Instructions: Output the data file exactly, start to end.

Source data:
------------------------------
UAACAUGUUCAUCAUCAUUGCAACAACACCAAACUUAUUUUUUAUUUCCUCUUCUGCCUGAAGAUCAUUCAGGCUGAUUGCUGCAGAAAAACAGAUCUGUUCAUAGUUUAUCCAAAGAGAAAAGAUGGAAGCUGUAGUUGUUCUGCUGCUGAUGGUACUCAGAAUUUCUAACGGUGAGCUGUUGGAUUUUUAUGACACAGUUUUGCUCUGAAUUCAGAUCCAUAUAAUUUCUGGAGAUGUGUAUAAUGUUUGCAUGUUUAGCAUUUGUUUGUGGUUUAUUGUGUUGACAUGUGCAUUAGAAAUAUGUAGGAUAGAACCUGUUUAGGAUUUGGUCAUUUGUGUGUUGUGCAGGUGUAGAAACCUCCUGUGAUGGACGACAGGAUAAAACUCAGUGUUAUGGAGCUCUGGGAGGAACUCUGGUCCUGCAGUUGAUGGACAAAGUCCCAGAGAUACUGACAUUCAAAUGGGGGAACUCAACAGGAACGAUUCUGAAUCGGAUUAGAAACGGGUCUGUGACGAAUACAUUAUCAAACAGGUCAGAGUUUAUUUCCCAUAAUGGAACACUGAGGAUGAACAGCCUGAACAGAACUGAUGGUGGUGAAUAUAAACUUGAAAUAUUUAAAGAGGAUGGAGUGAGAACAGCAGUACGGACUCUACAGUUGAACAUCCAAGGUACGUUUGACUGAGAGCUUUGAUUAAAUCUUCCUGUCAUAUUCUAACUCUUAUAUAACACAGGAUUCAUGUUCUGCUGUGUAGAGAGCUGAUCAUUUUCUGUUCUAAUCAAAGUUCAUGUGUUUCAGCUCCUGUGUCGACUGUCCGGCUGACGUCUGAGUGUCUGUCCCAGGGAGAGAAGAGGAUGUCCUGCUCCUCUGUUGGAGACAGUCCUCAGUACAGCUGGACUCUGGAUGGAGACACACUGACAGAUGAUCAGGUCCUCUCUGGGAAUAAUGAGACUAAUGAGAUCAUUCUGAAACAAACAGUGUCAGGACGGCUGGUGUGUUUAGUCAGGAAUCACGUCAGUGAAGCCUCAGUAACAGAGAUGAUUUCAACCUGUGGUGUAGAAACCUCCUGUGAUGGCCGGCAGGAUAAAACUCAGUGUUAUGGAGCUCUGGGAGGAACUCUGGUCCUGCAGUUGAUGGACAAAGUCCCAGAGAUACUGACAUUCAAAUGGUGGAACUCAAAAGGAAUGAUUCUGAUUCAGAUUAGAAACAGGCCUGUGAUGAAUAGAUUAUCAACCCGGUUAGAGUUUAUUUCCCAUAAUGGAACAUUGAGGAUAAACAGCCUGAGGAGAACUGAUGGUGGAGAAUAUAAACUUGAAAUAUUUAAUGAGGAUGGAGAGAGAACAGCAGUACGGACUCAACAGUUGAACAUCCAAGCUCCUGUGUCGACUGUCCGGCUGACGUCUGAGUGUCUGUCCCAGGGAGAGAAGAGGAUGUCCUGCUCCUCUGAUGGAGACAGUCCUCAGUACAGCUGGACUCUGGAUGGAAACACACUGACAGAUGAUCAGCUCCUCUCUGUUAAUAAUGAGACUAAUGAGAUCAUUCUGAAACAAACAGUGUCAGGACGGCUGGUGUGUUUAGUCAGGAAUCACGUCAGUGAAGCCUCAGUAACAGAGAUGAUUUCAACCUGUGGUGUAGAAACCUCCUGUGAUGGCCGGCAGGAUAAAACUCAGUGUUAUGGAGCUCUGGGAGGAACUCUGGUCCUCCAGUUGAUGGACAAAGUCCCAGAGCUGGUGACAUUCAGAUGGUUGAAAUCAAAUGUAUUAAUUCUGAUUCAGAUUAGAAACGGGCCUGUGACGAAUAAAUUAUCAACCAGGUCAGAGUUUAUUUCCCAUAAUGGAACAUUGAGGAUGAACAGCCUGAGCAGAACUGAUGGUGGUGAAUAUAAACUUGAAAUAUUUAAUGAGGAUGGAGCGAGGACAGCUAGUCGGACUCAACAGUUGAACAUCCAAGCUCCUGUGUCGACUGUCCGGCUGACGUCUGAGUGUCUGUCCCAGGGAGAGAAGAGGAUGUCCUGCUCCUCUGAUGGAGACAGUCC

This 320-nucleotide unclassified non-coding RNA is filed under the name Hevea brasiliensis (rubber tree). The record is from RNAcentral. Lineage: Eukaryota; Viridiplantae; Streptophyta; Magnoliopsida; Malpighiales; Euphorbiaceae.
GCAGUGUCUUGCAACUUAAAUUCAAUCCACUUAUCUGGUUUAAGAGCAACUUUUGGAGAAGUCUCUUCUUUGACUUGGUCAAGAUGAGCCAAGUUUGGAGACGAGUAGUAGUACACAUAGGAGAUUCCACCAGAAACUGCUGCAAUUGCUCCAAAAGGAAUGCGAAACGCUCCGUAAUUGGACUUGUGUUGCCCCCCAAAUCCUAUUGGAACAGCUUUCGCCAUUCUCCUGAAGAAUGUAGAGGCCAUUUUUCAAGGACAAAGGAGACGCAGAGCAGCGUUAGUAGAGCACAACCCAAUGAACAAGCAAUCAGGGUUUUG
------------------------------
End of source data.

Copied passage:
UAACAUGUUCAUCAUCAUUGCAACAACACCAAACUUAUUUUUUAUUUCCUCUUCUGCCUGAAGAUCAUUCAGGCUGAUUGCUGCAGAAAAACAGAUCUGUUCAUAGUUUAUCCAAAGAGAAAAGAUGGAAGCUGUAGUUGUUCUGCUGCUGAUGGUACUCAGAAUUUCUAACGGUGAGCUGUUGGAUUUUUAUGACACAGUUUUGCUCUGAAUUCAGAUCCAUAUAAUUUCUGGAGAUGUGUAUAAUGUUUGCAUGUUUAGCAUUUGUUUGUGGUUUAUUGUGUUGACAUGUGCAUUAGAAAUAUGUAGGAUAGAACCUGUUUAGGAUUUGGUCAUUUGUGUGUUGUGCAGGUGUAGAAACCUCCUGUGAUGGACGACAGGAUAAAACUCAGUGUUAUGGAGCUCUGGGAGGAACUCUGGUCCUGCAGUUGAUGGACAAAGUCCCAGAGAUACUGACAUUCAAAUGGGGGAACUCAACAGGAACGAUUCUGAAUCGGAUUAGAAACGGGUCUGUGACGAAUACAUUAUCAAACAGGUCAGAGUUUAUUUCCCAUAAUGGAACACUGAGGAUGAACAGCCUGAACAGAACUGAUGGUGGUGAAUAUAAACUUGAAAUAUUUAAAGAGGAUGGAGUGAGAACAGCAGUACGGACUCUACAGUUGAACAUCCAAGGUACGUUUGACUGAGAGCUUUGAUUAAAUCUUCCUGUCAUAUUCUAACUCUUAUAUAACACAGGAUUCAUGUUCUGCUGUGUAGAGAGCUGAUCAUUUUCUGUUCUAAUCAAAGUUCAUGUGUUUCAGCUCCUGUGUCGACUGUCCGGCUGACGUCUGAGUGUCUGUCCCAGGGAGAGAAGAGGAUGUCCUGCUCCUCUGUUGGAGACAGUCCUCAGUACAGCUGGACUCUGGAUGGAGACACACUGACAGAUGAUCAGGUCCUCUCUGGGAAUAAUGAGACUAAUGAGAUCAUUCUGAAACAAACAGUGUCAGGACGGCUGGUGUGUUUAGUCAGGAAUCACGUCAGUGAAGCCUCAGUAACAGAGAUGAUUUCAACCUGUGGUGUAGAAACCUCCUGUGAUGGCCGGCAGGAUAAAACUCAGUGUUAUGGAGCUCUGGGAGGAACUCUGGUCCUGCAGUUGAUGGACAAAGUCCCAGAGAUACUGACAUUCAAAUGGUGGAACUCAAAAGGAAUGAUUCUGAUUCAGAUUAGAAACAGGCCUGUGAUGAAUAGAUUAUCAACCCGGUUAGAGUUUAUUUCCCAUAAUGGAACAUUGAGGAUAAACAGCCUGAGGAGAACUGAUGGUGGAGAAUAUAAACUUGAAAUAUUUAAUGAGGAUGGAGAGAGAACAGCAGUACGGACUCAACAGUUGAACAUCCAAGCUCCUGUGUCGACUGUCCGGCUGACGUCUGAGUGUCUGUCCCAGGGAGAGAAGAGGAUGUCCUGCUCCUCUGAUGGAGACAGUCCUCAGUACAGCUGGACUCUGGAUGGAAACACACUGACAGAUGAUCAGCUCCUCUCUGUUAAUAAUGAGACUAAUGAGAUCAUUCUGAAACAAACAGUGUCAGGACGGCUGGUGUGUUUAGUCAGGAAUCACGUCAGUGAAGCCUCAGUAACAGAGAUGAUUUCAACCUGUGGUGUAGAAACCUCCUGUGAUGGCCGGCAGGAUAAAACUCAGUGUUAUGGAGCUCUGGGAGGAACUCUGGUCCUCCAGUUGAUGGACAAAGUCCCAGAGCUGGUGACAUUCAGAUGGUUGAAAUCAAAUGUAUUAAUUCUGAUUCAGAUUAGAAACGGGCCUGUGACGAAUAAAUUAUCAACCAGGUCAGAGUUUAUUUCCCAUAAUGGAACAUUGAGGAUGAACAGCCUGAGCAGAACUGAUGGUGGUGAAUAUAAACUUGAAAUAUUUAAUGAGGAUGGAGCGAGGACAGCUAGUCGGACUCAACAGUUGAACAUCCAAGCUCCUGUGUCGACUGUCCGGCUGACGUCUGAGUGUCUGUCCCAGGGAGAGAAGAGGAUGUCCUGCUCCUCUGAUGGAGACAGUCC

This 320-nucleotide unclassified non-coding RNA is filed under the name Hevea brasiliensis (rubber tree). The record is from RNAcentral. Lineage: Eukaryota; Viridiplantae; Streptophyta; Magnoliopsida; Malpighiales; Euphorbiaceae.
GCAGUGUCUUGCAACUUAAAUUCAAUCCACUUAUCUGGUUUAAGAGCAACUUUUGGAGAAGUCUCUUCUUUGACUUGGUCAAGAUGAGCCAAGUUUGGAGACGAGUAGUAGUACACAUAGGAGAUUCCACCAGAAACUGCUGCAAUUGCUCCAAAAGGAAUGCGAAACGCUCCGUAAUUGGACUUGUGUUGCCCCCCAAAUCCUAUUGGAACAGCUUUCGCCAUUCUCCUGAAGAAUGUAGAGGCCAUUUUUCAAGGACAAAGGAGACGCAGAGCAGCGUUAGUAGAGCACAACCCAAUGAACAAGCAAUCAGGGUUUUG